On 15 October 1997, a two-story-tall robotic spacecraft
launched from the Cape Canaveral Air Force Station began a
journey of many years to reach and explore the exciting realm of
Saturn, the most distant planet that can easily be seen by the
unaided human eye. In addition to Saturn's interesting atmosphere
and interior, its vast system contains the most spectacular of
the four planetary ring systems, numerous icy satellites with a
variety of unique surface features, a huge magnetosphere teeming
with charged particles that interact with the rings and moons,
and the intriguing moon Titan, which is slightly larger than the
planet Mercury, and whose hazy atmosphere is denser than that of
Cassini-Huygens Mission to Saturn and Titan is an international venture involving the National
Aeronautics and Space Administration (NASA),the European
Space Agency (ESA), the Italian Space Agency (ASI), and several separate
European academic and industrial partners. The mission is managed for NASA by the Jet
Propulsion Laboratory. The spacecraft will carry a sophisticated complement of scientific sensors - including
the Ultraviolet Imaging Spectrograph (UVIS), built at LASP - to support 27 different investigations to probe the mysteries
of the Saturn system. The large spacecraft will consist of an orbiter
and ESA's Huygens Titan probe. The orbiter mass at launch was nearly 5300 kg, over half of which is propellant for trajectory control.
The mass of the Titan probe (2.7 m diameter)
is roughly 350 kg.
The purpose of the mission is to perform close-up studies of
Saturn, its rings, moons, and magnetic environment. Saturn's largest moon,
Titan, is a target of special interest because of atmospheric and perhaps
surface characteristics it shares with early Earth. The instrument-laden
Huygens probe will descend via parachute to Titan's surface to directly sample
the atmosphere and provide our first view of its surface.
Jean Dominique Cassini
The mission is named in honor of the seventeenth-century, French-Italian astronomer Jean Dominique Cassini, who discovered the prominent gap in Saturn's main rings, as well as the icy moons Iapetus, Rhea, Dione, and Tethys. The ESA Titan probe is named in honor of the Dutch scientist Christiaan Huygens, who discovered Titan in 1655, followed in 1659 by his announcement that the strange Saturn "moons" seen by Galileo in 1610 were actually a ring system surrounding the planet. Huygens was also famous for his invention of the pendulum clock, the first accurate timekeeping device.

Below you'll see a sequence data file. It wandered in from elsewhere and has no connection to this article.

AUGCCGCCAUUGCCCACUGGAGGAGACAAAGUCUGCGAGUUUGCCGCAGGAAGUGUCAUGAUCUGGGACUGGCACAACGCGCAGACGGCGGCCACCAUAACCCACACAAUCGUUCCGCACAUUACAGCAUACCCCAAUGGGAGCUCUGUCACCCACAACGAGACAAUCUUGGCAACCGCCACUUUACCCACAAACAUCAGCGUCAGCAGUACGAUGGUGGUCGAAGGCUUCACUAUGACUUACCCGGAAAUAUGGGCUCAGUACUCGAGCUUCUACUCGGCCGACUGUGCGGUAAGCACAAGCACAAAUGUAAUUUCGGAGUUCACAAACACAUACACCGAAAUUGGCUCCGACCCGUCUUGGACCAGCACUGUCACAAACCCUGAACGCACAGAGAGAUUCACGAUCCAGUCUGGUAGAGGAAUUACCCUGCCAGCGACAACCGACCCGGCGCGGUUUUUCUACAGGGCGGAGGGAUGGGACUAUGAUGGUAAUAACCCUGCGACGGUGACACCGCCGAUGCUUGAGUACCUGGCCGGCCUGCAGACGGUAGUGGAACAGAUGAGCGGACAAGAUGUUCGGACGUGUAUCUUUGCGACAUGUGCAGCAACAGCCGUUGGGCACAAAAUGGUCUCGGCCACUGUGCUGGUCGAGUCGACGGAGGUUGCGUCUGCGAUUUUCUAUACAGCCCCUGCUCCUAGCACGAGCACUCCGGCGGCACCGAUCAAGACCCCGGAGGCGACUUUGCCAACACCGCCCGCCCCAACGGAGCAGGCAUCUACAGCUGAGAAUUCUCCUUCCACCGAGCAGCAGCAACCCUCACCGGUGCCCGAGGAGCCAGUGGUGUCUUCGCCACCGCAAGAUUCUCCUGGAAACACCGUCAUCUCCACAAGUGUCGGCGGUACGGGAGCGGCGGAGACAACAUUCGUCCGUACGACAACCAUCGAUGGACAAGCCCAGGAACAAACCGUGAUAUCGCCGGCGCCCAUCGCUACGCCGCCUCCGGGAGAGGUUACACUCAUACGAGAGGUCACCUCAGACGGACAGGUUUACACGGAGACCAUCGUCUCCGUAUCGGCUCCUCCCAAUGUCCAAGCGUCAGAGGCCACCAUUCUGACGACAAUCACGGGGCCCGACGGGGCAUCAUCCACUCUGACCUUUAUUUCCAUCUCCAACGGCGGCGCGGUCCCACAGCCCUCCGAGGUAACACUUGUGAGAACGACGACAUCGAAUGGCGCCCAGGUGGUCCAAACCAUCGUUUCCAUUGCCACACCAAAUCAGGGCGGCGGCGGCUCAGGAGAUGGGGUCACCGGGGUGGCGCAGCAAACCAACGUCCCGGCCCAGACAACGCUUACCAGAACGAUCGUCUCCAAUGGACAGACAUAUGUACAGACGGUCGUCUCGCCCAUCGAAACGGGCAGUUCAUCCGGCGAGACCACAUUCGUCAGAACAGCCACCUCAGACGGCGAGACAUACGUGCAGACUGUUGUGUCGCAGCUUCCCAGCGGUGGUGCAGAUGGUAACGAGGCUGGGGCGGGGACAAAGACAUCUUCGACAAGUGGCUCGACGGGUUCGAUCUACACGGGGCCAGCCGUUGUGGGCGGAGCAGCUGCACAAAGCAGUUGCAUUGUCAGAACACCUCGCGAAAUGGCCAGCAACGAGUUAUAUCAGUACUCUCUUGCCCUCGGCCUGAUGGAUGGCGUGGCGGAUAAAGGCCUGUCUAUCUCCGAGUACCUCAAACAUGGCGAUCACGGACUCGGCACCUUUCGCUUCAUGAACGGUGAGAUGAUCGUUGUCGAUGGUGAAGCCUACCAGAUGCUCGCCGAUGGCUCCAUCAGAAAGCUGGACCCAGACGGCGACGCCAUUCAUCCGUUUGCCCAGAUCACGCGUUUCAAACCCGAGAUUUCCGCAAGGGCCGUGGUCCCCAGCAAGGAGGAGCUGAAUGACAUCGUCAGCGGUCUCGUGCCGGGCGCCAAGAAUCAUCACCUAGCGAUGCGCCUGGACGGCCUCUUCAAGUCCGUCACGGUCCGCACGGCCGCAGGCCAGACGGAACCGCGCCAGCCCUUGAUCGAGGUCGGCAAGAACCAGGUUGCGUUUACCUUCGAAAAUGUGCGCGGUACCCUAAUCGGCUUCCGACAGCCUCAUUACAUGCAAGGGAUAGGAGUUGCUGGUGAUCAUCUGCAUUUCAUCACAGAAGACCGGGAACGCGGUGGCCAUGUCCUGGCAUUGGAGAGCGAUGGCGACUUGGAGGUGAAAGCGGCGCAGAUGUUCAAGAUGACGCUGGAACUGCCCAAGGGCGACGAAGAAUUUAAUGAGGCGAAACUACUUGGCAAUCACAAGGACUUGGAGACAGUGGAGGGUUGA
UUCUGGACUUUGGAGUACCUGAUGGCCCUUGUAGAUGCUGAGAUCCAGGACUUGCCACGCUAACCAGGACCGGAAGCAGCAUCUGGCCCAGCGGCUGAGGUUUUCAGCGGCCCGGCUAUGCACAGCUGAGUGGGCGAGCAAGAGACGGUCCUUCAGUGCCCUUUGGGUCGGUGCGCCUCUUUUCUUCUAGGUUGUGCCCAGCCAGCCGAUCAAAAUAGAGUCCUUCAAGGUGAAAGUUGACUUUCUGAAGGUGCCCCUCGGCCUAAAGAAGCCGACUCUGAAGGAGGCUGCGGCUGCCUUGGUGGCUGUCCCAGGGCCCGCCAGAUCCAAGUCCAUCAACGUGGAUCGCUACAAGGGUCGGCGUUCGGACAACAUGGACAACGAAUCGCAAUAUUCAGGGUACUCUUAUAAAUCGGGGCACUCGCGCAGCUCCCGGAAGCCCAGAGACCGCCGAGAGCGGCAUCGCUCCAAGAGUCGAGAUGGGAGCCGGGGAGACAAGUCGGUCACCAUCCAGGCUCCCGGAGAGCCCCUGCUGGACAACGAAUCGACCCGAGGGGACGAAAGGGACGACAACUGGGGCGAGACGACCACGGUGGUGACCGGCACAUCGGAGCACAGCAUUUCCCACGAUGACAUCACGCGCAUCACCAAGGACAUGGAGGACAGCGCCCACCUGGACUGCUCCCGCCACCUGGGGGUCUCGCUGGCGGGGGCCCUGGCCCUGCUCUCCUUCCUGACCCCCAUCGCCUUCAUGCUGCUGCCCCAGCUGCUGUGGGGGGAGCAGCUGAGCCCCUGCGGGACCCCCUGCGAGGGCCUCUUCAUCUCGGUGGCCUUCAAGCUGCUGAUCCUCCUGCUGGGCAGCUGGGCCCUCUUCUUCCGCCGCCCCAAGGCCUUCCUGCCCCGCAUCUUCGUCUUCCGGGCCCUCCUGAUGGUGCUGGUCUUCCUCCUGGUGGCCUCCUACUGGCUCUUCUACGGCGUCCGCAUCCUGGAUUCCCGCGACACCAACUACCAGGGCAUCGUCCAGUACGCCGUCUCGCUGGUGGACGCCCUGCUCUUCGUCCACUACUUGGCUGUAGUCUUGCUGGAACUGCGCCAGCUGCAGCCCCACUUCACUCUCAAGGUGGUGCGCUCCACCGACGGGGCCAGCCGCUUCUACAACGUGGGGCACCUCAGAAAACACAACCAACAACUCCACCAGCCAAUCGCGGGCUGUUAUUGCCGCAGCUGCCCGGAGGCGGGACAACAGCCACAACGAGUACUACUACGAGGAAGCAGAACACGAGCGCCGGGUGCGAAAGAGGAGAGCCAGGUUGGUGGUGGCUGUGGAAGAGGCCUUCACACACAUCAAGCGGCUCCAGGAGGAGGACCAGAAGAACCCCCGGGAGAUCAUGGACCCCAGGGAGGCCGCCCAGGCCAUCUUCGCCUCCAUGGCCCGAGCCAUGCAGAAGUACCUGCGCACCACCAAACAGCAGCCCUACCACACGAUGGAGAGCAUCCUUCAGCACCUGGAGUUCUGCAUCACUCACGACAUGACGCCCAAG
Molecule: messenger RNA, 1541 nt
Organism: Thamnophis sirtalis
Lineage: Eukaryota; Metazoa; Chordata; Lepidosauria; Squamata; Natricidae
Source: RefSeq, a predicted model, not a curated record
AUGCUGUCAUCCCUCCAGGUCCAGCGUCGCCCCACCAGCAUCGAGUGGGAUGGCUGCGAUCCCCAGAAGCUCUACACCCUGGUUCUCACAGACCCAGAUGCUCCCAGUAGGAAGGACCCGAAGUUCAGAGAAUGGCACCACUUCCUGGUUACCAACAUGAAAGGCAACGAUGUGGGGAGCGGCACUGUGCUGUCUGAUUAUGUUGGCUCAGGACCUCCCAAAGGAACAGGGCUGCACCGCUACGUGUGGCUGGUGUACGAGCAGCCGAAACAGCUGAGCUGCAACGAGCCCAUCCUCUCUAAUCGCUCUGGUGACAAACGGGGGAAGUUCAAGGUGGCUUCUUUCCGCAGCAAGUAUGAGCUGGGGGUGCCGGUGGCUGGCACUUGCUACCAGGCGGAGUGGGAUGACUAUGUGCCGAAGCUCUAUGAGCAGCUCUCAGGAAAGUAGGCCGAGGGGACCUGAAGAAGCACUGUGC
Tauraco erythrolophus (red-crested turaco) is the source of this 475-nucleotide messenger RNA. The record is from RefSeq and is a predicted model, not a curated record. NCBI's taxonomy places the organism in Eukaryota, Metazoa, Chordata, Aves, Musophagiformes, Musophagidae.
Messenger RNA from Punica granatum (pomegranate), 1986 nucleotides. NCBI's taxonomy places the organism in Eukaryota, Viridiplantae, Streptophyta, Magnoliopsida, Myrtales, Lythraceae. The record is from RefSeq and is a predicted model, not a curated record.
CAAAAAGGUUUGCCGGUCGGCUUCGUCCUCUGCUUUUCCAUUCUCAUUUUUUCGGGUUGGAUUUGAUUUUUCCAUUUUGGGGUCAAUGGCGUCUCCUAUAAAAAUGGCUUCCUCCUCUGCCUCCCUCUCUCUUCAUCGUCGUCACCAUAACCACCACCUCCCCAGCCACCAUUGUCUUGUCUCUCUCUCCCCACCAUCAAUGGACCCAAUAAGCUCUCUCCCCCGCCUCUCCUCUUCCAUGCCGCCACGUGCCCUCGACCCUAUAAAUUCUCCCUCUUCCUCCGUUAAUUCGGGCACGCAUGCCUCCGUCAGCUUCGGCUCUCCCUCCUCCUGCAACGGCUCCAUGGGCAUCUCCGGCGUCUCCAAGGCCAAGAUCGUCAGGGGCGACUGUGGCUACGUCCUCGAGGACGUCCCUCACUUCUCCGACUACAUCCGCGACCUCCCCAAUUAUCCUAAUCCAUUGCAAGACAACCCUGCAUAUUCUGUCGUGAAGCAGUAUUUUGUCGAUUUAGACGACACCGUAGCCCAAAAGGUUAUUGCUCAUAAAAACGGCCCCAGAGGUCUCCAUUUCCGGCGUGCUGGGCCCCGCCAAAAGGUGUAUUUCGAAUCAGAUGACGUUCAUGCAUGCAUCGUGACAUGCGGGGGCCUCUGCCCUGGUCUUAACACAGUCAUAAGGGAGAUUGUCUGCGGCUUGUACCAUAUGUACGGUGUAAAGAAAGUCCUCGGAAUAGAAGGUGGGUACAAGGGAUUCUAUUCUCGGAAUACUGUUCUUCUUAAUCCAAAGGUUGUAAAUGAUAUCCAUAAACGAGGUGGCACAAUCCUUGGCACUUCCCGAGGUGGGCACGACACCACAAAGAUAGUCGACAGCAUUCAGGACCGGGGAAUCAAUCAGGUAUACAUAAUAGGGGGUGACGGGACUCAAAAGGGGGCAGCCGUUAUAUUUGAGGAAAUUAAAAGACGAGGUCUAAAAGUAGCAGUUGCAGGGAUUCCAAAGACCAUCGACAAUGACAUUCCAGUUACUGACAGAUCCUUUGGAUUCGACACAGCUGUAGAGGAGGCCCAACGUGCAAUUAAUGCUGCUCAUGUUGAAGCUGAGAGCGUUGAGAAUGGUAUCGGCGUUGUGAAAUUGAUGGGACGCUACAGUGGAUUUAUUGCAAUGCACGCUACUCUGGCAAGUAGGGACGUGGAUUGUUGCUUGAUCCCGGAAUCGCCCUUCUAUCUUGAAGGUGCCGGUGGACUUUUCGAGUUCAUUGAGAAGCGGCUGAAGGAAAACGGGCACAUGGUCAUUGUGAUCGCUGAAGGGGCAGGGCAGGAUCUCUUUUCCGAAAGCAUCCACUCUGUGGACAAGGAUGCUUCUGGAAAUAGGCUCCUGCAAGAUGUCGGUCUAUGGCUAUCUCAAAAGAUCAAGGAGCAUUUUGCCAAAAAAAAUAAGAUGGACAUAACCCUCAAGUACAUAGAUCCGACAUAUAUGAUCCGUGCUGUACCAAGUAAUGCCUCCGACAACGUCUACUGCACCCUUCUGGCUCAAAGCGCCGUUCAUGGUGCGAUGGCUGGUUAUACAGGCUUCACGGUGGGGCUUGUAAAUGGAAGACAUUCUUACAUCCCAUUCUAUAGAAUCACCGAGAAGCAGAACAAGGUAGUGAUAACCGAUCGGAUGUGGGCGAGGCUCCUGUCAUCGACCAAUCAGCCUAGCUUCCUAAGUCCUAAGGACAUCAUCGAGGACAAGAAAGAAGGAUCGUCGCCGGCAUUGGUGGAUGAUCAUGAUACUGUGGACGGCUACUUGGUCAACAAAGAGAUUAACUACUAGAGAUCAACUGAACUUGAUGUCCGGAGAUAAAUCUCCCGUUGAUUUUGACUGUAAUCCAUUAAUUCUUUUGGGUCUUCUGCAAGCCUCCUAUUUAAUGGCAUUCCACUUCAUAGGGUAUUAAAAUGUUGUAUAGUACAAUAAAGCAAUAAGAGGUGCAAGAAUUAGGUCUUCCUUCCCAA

|What we know about Titan is certainly tantalizing. Its brownish-orange, hazy atmosphere of nitrogen, methane, and complex array of carbon-based molecules hides a frigid surface that may contain lakes of liquid ethane over a thin veneer of frozen methane and ammonia, which in turn probably overlies a mantle of frozen water ice. As high-energy particles and ultraviolet light bombard the nitrogen and methane molecules, reactions create a variety of organic molecules that clump together and rain slowly down upon the mysterious surface below. In many ways, Titan's environment may resemble the chemical factory of primordial Earth. Though life is unlikely due to the extreme cold, Titan may still provide valuable clues to the chemistry of early Earth.
The benefits derived from the Cassini mission are significant. Aside from the
rewards of international cooperation and the excitement of the discoveries
that are anticipated, new technology features include powerful new computer
chips, solid-state recorders, gyroscopes with no moving parts, and solid-state
power switches. As Cassini transmits its findings from Saturn during the
period from 2004 to 2008, the results are bound to inspire young and old
alike to learn more about science and contemplate issues ranging from the origin of the
solar system to the beginning of life on Earth.